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Title: Parent mental health, optimism, intolerance of uncertainty, and perceived child symptom severity as predictors of parents' future-oriented thinking
Author: Harvey, Lucy
ISNI:       0000 0004 5992 0450
Awarding Body: University of Surrey
Current Institution: University of Surrey
Date of Award: 2016
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Objectives: Central to models of social recovery is the process of finding meaning in life whilst mental health symptoms remain. Critical to this is having hope and optimism for the future. To date, there has been little exploration of the application of recovery models to young people and their families. Research suggests parents of children with a mental health problem display uncertainty and pessimism about their child’s future. The current study assessed factors related to parents’ ability to think about the future and whether they conceptualised positive or negative events in their child’s future. This has potential importance in informing recovery-oriented practice for young people and their families. Method: Participants were recruited through parenting websites and social media. 95 parents/carers of young people aged 3-18 completed online measures of perceived child symptom severity, parents’ internalising problems, optimism and intolerance of uncertainty. Perceived child symptom severity ranged from non-clinical to clinical levels of severity. Participants listed experiences they anticipated for their child’s future and rated the likelihood of their child encountering a number of positive and negative life events. Results: Parents who perceived their child’s symptoms as more severe and those with higher intolerance of uncertainty and lower trait optimism rated future negative events as more likely, and future positive events as less likely. Parents of older children rated future negative events as more likely. Perceived child problem severity mediated the relationship between intolerance of uncertainty/optimism and negative/positive future thinking. Conclusions: Findings have implications for the application of recovery models to young people and families. To facilitate the recovery dimension of hope and optimism for the future, psychoeducation may enhance parents’ optimism and reduce uncertainty, helping parents better understand their child’s difficulties and their potential impact on the present and future. Key Practitioner Message • Parents’ optimism and intolerance of uncertainty should be incorporated and explored in assessment and formulation. • Intervention should aim to enhance parents’ optimism and reduce uncertainty. • Psychoeducation may inform parents’ expectations of treatment and short- and long-term outcomes.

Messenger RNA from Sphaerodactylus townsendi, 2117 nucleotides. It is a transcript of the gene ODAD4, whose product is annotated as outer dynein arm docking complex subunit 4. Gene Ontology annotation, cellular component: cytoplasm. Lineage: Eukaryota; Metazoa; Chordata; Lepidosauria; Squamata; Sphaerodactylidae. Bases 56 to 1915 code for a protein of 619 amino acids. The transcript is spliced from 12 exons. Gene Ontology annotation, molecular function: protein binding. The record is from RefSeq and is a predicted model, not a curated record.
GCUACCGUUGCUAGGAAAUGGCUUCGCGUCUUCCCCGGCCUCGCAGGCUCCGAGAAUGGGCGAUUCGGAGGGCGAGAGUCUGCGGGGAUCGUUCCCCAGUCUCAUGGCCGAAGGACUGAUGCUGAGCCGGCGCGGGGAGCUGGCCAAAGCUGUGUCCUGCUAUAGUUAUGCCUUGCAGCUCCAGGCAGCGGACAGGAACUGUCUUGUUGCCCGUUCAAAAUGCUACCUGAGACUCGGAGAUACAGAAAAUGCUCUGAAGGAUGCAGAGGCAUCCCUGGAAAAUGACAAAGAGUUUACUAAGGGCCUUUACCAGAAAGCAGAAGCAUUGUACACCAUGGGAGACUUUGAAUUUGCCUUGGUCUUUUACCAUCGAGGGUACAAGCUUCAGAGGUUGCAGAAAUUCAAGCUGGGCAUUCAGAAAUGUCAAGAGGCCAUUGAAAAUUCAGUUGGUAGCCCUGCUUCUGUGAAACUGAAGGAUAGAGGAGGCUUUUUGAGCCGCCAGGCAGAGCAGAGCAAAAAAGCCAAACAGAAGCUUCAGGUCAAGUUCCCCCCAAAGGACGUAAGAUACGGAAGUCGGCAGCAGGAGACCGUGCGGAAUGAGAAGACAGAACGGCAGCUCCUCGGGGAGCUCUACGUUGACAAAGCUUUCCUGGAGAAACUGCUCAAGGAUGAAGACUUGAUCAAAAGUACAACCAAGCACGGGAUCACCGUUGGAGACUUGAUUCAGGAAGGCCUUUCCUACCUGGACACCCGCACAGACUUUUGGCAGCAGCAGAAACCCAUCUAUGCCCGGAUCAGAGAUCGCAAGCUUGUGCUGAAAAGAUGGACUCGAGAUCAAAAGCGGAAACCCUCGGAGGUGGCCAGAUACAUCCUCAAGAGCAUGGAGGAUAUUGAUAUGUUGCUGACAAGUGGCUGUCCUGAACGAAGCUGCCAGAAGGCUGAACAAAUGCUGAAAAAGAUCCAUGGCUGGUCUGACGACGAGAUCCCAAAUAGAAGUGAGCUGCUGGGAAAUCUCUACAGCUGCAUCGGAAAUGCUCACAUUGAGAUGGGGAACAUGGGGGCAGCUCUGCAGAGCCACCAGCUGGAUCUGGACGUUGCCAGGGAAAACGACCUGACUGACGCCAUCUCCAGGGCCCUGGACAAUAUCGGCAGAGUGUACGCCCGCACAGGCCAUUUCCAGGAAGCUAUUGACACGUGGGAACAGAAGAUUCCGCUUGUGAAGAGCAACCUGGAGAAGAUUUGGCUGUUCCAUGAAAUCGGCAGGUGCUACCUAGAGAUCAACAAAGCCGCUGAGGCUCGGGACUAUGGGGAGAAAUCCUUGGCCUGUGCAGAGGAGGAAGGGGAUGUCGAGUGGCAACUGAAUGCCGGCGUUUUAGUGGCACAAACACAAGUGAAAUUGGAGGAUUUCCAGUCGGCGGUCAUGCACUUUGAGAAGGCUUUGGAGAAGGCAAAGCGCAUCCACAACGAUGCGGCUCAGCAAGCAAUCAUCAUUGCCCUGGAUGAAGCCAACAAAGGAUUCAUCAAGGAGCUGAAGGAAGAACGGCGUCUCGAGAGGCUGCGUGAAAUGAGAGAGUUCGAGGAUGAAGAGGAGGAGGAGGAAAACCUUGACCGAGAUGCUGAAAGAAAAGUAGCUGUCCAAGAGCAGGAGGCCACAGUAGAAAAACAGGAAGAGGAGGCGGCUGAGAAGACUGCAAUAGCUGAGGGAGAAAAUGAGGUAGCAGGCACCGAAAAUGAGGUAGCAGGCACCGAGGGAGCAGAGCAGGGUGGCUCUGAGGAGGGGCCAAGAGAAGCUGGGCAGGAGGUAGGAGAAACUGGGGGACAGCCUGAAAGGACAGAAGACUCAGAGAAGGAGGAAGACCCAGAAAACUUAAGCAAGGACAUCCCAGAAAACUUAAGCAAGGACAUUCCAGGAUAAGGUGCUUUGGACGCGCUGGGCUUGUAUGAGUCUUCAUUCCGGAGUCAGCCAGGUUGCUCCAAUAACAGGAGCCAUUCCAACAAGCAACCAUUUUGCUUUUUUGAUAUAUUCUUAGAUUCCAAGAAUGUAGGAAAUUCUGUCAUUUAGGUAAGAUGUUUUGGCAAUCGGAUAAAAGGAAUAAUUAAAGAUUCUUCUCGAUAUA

Supervisor: Simonds, L. ; John, M. Sponsor: University of Surrey
Qualification Name: Thesis (D.Psych.) Qualification Level: Doctoral
EThOS ID:  DOI: Not available